The Subordination Technique (Seller Financing Series part 3)

Hey!

This will be the third and final strategy I talk about regarding purchasing using seller financing techniques. This last technique I will share in this series is one of my all time favorites! I have used this strategy multiple times, and I will share it’s many advantages. ( If you haven’t seen any prior posts about seller financing strategies, you can start by visiting here )

What do you do in this situation ? :

A seller is more than willing to finance you the purchase of their property. They are also willing to give you reasonable terms so that the property can perform and cashflow well. The problem is this: The property is not in the best shape, and it needs some work to get it into good condition. If you plan to keep the property in the long term as a rental, then this can be a problem. Having to pay a large chunk of cash upfront on a rental property can reduce your ROI and delay your returns. And, you wouldn’t want to refinance the property later on (to pull back your upfront cash) because it can ruin your great terms that you have with this seller by replacing it with less desirable bank terms. What do you do ?

This is where the Subordination technique is useful.

The subordination technique basically means that you bring on an additional loan in the first position (1st lien position) to fund the rehab and upfront expenses in the purchase. Then, the seller ‘s loan will be ‘subordinate’ and take the 2nd lien position. Make sense?

Here is an example of a past transaction that I have done:

I had a seller want to sell a long time rental property. It was in pretty good shape, however, it was very dated and would need some more expensive repairs done in the upcoming 5-7 years. The seller only wanted to sell because they were tired of being a landlord. However, they did not need (nor even want) all the cash proceeds from a sale, and preferred a monthly income still.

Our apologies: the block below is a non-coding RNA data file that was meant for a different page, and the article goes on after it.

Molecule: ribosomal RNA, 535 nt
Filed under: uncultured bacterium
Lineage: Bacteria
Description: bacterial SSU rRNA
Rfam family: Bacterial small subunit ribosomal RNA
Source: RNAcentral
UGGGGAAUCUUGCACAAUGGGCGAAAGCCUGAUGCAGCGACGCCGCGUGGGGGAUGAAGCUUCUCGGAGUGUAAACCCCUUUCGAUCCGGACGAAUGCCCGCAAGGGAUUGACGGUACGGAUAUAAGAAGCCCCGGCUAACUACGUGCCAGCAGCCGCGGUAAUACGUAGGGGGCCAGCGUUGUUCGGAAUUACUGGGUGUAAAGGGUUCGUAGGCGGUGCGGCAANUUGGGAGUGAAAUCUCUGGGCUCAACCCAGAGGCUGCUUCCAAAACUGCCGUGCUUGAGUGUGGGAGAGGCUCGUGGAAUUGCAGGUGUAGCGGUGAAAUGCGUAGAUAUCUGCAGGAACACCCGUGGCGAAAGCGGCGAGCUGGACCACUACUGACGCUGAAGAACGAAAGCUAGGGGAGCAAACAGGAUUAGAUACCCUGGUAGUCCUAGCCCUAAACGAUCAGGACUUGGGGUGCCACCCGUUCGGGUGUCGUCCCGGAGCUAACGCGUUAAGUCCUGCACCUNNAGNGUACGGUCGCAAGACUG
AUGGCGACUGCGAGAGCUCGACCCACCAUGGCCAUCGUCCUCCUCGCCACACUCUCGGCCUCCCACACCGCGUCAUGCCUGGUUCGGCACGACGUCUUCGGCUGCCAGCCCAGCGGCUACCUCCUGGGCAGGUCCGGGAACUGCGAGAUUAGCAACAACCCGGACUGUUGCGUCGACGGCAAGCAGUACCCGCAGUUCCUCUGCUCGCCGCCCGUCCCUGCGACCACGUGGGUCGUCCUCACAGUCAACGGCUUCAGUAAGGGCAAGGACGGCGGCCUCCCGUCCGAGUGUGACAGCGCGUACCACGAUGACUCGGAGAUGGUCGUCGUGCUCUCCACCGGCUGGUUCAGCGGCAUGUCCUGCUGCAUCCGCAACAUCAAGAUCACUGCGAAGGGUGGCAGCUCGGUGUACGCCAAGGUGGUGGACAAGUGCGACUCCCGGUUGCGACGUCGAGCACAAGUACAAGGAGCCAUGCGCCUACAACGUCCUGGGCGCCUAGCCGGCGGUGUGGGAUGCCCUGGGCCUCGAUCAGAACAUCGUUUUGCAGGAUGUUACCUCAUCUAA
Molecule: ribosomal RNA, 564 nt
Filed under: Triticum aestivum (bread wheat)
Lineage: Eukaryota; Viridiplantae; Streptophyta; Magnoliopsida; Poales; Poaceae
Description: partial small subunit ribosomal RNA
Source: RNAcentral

So here’s what I did : I asked if they would be willing to allow me to borrow money on the upfront costs, which included : Their down payment, the closing costs, the repairs of the property, and a jumpstart on escrow savings for insurance and annual taxes. They agreed to do this. Then, I simply made an offer based on the cashflow analysis of the property as such:

-Market Rent
-Less 1st loan payment
-Less rental expenses (taxes, insurance, maintenance)
-Less my desired cashflow
=The monthly payment that I could offer them.

I took this monthly payment and multiplied it by 20 years. I used 1.25% interest for the loan. This was the price offer I could give them.

The seller agreed on the price because it was a pretty fair price considering the condition of the property. They also agreed on the payment, although a little low, because they no longer had to deal with any management headaches, upkeep, etc. . They also understood that I would need to cashflow myself on the property in order to keep this investment transaction safe and profitable for the both of us.

You can use a private lender loan for this first position (who wouldn’t want to be in 1st position at 15-25% LTV????) or, you can even use a bank. In this example, I used a bank.

The total price that I borrowed on the property was full retail . It looked something like this:

Purchase price: $220,000
Down payment : $10,000
Seller carry back : $210k, 1.75% interest, 20 years
Buyer has right to borrow up to $45,000 on a 1st lien position on this property.

I borrowed 45,000, and paid the seller 10,000 at closing. After closing fees I had about 33,000 left. I had plenty to fund the rehab and fund my escrow account for this rental. It cash flowed nicely and everyone was happy.

The property had an after repaired value of about $240,000. You can see right away that I may have “over leveraged” borrowing a total of $255,00 0 on it. But what do you think happens on the amortization schedule of a 1.25% loan?

Today, this property has been very profitable. This is the power of using creative seller financing techniques, and the subordination strategy is a great one.

A second part of this story is that I actually have sold this property at a profit, and, left the seller’s loan in place and replaced the collateral with other properties. I kept the profit proceeds at the closing, and when I moved the seller’s loan to other properties the seller now is in 1st position on multiple properties, which reduces their risk and puts them into better position. The properties that I moved this loan on paid off existing bank loans, and made my cash flow that much better. It truly is a win-win if you can structure them correctly.

I hope this helps , and as always,

Happy Investing

-Justin

Let me know if you are interested in these types of purchases, I do not mind walking you through a transaction.


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